Plan ahead of time, and make interim communication options for your customers. Notify them of the downtime in your call center, and leave open lines of communication for emails and messages that can be addressed later. Ask a fellow manager or other department leader to be on hand to field urgent interactions, just in case any crucial situations pop-up. Instead of making it all about the customer ALL the time, choose your agents this time. Put them first, and later on, they’ll give your customers an experience that more than makes up for the 3-hour delay of an email response.
5. Sandwiching recognition with constructive feedback.
When you take the time to recognize your agents and their accomplishments, don’t mix in a dash of critiques. Taking time to celebrate your agents means just that. Remove metrics and missed goals from the picture. While having your entire team together in one space AND in good spirits may feel like a great time to sneak in some comments about improving performance, it takes away from their recognition time. Separate your celebrations from your larger workplace conversations.
Save criticism for later:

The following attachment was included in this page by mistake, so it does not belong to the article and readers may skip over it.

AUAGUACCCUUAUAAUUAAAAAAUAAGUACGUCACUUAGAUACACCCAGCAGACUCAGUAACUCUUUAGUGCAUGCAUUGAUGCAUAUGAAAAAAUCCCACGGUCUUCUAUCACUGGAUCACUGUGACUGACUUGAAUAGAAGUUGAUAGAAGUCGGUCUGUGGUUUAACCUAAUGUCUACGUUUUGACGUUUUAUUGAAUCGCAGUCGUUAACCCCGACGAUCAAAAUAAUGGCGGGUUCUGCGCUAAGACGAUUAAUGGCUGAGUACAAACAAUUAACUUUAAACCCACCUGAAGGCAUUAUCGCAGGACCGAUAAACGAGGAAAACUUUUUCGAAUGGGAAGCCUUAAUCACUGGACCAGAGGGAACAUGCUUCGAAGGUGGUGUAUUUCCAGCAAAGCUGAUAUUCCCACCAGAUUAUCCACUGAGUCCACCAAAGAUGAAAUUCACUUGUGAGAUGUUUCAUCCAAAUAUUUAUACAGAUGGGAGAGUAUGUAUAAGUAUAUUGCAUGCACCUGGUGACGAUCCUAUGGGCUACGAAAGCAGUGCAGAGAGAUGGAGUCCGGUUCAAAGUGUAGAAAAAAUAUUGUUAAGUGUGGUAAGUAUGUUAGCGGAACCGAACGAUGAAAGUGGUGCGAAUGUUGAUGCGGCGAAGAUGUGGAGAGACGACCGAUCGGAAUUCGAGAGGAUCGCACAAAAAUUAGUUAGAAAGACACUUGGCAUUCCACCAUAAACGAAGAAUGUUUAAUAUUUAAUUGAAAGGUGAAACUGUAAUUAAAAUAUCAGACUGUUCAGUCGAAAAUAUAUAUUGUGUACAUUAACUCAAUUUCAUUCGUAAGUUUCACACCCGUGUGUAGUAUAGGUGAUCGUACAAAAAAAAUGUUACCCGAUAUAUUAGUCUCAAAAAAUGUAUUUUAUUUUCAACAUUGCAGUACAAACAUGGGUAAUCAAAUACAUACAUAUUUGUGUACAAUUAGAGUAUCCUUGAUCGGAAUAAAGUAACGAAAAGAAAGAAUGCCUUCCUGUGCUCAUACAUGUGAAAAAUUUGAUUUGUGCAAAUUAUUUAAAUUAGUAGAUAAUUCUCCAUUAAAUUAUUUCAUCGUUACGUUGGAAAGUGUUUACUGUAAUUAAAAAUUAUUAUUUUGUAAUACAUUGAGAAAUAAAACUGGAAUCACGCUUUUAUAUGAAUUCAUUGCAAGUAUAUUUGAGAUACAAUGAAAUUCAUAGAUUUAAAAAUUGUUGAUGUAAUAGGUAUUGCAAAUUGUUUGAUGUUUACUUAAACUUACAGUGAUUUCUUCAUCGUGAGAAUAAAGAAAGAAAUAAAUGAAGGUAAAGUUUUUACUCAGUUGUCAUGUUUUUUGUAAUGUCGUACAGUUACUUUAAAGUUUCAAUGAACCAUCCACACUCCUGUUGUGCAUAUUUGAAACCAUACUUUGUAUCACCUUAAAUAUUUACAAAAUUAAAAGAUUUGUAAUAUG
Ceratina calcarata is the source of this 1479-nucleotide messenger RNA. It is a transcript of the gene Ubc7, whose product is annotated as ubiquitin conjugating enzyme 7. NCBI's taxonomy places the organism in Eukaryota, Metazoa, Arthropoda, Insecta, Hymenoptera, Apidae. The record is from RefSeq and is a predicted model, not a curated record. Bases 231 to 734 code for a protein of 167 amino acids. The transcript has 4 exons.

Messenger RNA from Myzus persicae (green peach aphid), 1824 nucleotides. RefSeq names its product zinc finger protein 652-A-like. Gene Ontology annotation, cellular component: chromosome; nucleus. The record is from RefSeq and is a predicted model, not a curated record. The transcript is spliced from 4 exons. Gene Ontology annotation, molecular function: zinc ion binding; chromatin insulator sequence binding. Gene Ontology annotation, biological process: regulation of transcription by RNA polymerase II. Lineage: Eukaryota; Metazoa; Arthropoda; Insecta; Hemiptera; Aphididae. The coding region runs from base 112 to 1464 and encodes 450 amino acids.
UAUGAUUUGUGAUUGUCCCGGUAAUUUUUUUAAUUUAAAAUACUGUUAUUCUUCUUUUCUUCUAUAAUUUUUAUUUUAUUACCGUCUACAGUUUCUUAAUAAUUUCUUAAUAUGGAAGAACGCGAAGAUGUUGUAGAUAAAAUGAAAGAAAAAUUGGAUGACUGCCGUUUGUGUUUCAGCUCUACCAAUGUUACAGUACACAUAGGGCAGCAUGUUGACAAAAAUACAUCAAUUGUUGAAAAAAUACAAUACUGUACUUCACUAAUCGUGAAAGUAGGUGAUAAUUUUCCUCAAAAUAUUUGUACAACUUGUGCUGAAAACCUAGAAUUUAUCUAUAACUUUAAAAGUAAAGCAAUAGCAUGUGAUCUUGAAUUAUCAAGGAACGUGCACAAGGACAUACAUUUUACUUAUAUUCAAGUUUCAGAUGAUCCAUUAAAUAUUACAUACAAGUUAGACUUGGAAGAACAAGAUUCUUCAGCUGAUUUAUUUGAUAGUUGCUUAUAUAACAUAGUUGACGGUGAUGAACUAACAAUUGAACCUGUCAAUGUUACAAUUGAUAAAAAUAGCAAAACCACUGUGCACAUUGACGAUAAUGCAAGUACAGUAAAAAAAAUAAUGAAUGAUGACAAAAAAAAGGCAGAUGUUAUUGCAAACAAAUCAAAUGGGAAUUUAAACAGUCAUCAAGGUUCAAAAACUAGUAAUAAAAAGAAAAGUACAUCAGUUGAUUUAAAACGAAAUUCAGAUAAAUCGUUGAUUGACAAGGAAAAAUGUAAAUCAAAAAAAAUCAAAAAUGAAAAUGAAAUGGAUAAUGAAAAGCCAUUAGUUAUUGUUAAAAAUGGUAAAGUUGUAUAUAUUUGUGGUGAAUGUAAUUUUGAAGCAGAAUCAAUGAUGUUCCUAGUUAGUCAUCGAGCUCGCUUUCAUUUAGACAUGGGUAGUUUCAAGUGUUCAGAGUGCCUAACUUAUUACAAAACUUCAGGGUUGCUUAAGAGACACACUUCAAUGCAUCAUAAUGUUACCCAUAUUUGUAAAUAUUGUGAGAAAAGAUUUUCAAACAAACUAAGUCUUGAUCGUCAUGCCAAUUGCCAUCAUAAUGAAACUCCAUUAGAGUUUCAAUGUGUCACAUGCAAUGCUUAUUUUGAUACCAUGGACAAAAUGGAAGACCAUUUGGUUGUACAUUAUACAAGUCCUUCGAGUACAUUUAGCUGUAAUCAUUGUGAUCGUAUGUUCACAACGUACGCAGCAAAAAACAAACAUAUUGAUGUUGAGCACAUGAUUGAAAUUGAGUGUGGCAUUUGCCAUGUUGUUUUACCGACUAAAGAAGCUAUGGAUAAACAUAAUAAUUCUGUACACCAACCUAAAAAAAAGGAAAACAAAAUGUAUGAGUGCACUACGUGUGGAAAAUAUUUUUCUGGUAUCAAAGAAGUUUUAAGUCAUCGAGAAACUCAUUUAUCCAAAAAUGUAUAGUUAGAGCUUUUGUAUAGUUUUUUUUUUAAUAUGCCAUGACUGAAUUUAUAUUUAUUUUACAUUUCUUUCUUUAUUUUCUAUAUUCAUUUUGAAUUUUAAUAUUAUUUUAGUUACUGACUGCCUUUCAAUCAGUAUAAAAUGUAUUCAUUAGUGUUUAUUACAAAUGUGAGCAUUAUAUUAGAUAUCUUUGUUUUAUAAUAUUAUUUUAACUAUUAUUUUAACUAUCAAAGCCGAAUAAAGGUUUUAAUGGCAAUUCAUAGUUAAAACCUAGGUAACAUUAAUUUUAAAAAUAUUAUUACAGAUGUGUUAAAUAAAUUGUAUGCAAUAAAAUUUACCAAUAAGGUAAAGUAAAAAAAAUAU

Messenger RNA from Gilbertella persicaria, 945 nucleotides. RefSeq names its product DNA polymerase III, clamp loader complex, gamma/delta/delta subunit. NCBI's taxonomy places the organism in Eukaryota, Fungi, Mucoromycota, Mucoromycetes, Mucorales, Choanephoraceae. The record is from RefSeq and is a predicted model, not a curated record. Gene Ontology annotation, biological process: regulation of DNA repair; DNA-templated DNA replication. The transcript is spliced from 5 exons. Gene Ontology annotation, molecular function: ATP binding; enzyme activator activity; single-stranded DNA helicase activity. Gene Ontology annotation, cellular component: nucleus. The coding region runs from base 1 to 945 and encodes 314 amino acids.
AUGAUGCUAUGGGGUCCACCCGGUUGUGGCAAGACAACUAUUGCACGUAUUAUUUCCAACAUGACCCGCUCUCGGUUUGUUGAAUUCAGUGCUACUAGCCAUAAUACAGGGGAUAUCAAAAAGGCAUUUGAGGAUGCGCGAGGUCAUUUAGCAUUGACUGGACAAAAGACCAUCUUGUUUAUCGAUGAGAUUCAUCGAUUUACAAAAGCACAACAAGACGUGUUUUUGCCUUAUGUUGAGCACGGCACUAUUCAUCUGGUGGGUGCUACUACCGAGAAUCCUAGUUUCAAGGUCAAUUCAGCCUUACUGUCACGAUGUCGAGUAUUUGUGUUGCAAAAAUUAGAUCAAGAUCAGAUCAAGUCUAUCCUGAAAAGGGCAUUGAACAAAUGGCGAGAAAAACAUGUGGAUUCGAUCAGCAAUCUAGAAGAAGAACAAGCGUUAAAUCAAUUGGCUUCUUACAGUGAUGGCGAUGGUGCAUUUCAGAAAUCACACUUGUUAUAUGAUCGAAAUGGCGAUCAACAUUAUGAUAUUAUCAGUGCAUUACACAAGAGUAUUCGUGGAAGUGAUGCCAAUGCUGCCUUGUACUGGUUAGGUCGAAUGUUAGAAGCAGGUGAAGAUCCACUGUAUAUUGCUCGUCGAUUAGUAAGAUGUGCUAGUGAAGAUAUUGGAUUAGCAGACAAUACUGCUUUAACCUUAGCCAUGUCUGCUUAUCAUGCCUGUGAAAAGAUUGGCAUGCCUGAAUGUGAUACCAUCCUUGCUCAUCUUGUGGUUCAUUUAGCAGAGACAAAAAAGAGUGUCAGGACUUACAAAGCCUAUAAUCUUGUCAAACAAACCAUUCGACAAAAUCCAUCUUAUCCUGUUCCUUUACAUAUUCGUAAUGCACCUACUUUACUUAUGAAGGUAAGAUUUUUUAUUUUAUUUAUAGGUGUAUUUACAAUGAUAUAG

If you want to energize your team to pick up the pace and do better in certain areas, leave those talks for team meetings and individual conversations. Use your celebrations to talk about all the things your team did right. Share positive customer stories and metrics your agents blew out of the water. Then, at a later date AFTER you’ve shown your agents sincere appreciation, you can kick off your constructive conversations.
6. Forcing attendance at events and activities.
Encourage attendance and promote the importance and impact of your celebrations and recognition events, but don’t make them mandatory. Agents already have dozens of mandatory tasks and responsibilities, so don’t make their celebratory lunch feel like an added obligation. If Becky had a rough day and wants to sit at her desk and enjoy some quiet time while the team is away, then so be it. She’s earned that right.
Give your agents options:
Survey your team for events and activities they would like. Include them in the decision-making and planning process, so they’ll feel ownership over the events and actually want to attend. But, still leave the option for people to opt out if they choose. You can’t force enjoyment.
Even though you plan with good intent, celebrations that lack meaning or personalization serve to cause a disconnect between you and your team. Stay away from these tactics, and you’ll be on a path to build a team of trusted, happy agents. If you missed out on Customer Service Week celebrations this year, mark your calendars for next year. Start planning your activities for the first week in October of 2019.
Find out more about how you can bring positivity into your workplace. Read our blog post on how to keep agent morale high!